It is unfortunate for Ezra that Vader is standing in the way and in the span of about twenty minutes or so of screen time, the masked terror proves his name’s worth. It is beyond a miracle that Kanan and Ezra survived the fight against a Sith Lord who almost crushed Kanan, slit Ezra’s throat with his own lightsaber, and casually lifted a walker that had crashed on top of him. Moments later, a normal antagonist would perhaps be licking his or her wounds as they tried to recover from having thousands of pounds fall upon their being. Vader instead returns to single-handedly destroy the Phoenix Squad and cripple a Rebel command ship, rendering it dead mid-air. Seeing Vader stymy the hell out of an entire Rebel fleet was phenomenal to witness, but even his Force-fueled battle prowess paled in front of the most pulse-pounding moment of the series thus far.

I’m not quite sure what Ahsoka thought had happened to Anakin after the events of Order 66, with the most likely option being that she assumed that he was dead. When her and Kanan try to discover the identity of the mysterious lone fighter pilot, they instead discover a presence they haven’t felt… since the Clone Wars. Ahsoka goes deeper into the connection, searching through the fear, the anger, and the hate. Her eyes grow wide with the shock of realization and Vader discovers that the apprentice to Anakin Skywalker lives. Hera is absolutely committed to the fight, perhaps just because it’s a cause she truly believes in. Ezra’s committed because of what he has come to believe in and Zeb is committed because of the rebels’ connection to his past. Sabine’s motivations are obscure and Kanan is still a question mark. As committed or otherwise any of our protagonists may be, the time to buckle up is now. With Vader on the scene, this isn’t just another hopeless situation they can escape by blowing stuff up. May the Force be with you and see you in the fall.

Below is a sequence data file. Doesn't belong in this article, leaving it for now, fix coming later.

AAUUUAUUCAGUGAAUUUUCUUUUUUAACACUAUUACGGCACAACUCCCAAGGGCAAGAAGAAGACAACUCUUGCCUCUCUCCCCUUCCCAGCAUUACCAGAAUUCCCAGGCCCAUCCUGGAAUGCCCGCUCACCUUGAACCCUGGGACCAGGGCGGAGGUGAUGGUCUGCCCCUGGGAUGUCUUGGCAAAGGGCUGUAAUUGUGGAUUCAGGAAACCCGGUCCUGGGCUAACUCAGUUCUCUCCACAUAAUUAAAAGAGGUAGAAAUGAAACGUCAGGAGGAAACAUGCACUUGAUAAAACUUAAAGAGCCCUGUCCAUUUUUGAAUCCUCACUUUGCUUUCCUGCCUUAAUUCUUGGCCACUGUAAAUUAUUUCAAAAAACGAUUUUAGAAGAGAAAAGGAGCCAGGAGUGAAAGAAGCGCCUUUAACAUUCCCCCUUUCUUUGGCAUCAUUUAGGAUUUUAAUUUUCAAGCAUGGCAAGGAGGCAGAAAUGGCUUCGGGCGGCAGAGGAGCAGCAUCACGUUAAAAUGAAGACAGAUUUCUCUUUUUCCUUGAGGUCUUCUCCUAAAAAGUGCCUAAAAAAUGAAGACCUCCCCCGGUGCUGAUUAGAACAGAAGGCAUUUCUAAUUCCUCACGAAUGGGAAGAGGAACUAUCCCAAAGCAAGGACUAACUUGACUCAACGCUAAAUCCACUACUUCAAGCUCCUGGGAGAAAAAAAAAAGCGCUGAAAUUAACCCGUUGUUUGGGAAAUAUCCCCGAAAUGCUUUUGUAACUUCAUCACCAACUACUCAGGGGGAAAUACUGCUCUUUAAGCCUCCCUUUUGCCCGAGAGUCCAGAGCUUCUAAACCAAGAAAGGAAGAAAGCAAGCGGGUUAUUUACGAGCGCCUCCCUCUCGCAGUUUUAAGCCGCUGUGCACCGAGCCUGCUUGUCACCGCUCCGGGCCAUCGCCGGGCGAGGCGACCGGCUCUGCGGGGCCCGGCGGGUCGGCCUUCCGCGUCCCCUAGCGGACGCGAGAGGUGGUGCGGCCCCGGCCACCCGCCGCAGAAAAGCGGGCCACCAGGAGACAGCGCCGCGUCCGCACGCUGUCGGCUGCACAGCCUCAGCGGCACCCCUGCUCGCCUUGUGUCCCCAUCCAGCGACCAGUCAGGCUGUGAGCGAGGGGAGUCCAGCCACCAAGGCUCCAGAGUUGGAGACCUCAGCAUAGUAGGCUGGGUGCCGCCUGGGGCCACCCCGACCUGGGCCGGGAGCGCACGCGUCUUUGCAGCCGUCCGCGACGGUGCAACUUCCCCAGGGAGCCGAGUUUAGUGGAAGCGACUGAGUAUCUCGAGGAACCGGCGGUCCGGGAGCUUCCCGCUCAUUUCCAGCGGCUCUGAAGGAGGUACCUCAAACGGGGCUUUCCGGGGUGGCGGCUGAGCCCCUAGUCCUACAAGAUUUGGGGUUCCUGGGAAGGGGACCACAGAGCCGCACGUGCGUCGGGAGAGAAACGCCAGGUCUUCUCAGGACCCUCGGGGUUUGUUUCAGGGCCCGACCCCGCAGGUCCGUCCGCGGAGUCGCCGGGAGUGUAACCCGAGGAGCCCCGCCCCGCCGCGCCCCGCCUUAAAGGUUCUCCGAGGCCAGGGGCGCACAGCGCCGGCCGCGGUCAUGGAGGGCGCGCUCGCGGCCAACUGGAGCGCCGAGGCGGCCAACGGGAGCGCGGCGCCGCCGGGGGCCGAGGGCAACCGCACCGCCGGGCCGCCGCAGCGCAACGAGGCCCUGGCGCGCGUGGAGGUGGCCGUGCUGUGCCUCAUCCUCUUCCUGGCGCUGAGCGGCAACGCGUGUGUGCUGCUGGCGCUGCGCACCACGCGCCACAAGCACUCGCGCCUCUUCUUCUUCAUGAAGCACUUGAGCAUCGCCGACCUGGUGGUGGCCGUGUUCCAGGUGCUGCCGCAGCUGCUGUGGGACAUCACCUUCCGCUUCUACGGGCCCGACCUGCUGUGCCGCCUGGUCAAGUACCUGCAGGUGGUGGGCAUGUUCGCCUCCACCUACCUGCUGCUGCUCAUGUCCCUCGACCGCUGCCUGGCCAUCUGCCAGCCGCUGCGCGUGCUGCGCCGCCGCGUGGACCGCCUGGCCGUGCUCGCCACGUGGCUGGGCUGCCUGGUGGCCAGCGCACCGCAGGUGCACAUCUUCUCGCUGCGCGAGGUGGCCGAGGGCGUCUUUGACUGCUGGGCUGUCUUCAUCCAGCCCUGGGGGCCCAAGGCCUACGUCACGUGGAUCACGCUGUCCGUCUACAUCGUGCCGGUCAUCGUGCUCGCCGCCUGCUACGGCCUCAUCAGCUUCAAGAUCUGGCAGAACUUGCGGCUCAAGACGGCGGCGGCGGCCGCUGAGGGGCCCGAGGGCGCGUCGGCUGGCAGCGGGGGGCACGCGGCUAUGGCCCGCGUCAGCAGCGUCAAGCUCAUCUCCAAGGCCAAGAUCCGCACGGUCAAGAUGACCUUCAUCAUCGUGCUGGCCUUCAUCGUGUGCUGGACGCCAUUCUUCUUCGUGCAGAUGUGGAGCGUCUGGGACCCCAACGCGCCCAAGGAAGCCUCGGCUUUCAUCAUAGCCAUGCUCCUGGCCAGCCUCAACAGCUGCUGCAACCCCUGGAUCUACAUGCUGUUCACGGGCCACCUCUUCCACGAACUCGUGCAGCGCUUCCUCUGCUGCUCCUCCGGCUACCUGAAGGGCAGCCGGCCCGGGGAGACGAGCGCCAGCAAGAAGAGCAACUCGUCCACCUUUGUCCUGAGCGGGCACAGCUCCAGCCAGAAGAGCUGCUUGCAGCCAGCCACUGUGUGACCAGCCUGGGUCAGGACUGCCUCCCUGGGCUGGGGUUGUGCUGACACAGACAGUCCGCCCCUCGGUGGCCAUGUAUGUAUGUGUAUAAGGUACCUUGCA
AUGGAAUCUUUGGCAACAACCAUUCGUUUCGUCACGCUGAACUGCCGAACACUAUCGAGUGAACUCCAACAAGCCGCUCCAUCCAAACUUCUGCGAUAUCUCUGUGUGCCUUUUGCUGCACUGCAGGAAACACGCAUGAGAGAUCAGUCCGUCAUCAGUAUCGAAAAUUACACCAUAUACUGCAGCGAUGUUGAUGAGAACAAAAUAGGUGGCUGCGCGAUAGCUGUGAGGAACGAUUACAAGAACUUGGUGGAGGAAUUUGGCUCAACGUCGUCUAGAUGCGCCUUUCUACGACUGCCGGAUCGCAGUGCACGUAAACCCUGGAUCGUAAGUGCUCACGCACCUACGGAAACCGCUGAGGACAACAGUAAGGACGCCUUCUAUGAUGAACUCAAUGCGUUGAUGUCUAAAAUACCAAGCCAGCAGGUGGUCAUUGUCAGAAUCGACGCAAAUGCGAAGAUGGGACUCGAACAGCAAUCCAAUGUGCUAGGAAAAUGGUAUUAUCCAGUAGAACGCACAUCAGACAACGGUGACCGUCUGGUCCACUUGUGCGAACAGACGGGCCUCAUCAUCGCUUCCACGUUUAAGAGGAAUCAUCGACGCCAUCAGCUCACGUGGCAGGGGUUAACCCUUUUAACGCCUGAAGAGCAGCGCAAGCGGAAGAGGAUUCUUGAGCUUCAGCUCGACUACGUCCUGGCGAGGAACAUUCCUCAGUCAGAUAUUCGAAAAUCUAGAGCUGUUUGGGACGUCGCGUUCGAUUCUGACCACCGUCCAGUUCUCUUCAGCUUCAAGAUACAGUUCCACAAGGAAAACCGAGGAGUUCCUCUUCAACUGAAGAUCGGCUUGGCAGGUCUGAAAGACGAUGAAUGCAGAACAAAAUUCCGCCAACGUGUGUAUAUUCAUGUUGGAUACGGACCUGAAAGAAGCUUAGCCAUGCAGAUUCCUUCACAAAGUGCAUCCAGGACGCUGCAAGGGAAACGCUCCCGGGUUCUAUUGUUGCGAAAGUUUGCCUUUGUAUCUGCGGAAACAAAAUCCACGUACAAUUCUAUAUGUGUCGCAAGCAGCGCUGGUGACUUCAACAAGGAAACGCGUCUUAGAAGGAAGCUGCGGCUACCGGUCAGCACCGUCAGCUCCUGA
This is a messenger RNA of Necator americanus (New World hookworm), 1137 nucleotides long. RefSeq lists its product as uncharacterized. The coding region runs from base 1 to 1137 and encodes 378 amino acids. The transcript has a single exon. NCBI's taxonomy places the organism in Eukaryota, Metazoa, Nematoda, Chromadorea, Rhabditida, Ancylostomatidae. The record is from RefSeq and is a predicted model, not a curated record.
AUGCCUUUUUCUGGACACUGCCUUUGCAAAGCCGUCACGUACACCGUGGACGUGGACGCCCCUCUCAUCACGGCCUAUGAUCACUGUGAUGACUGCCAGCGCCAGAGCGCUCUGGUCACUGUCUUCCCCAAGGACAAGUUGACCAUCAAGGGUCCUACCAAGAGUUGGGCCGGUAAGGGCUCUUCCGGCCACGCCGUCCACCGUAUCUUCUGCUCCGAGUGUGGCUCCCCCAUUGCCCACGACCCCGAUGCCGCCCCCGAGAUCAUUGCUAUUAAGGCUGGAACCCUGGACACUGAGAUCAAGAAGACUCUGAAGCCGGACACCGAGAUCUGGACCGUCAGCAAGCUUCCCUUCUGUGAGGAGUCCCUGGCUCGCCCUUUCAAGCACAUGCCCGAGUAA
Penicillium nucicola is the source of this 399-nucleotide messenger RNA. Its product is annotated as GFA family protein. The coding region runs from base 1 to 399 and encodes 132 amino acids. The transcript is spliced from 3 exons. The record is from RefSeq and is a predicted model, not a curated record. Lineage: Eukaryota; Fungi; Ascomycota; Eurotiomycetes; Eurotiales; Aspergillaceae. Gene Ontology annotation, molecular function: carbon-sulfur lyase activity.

Great/Not So Great Moments Not Mentioned Above:

+“Mission accomplished!” as a cue for the opposite

+“My intentions are sincere.”

+Hera’s smile at Ezra’s pronouncement that the Ghost crew always helped others in need

+“I feel so cold.”

+The music was top-notch this week

+The brutality of the Rebels killing Stormtroopers kept intact

+Minister Tua’s death blamed on the rebels

+“Guess there is no going home.”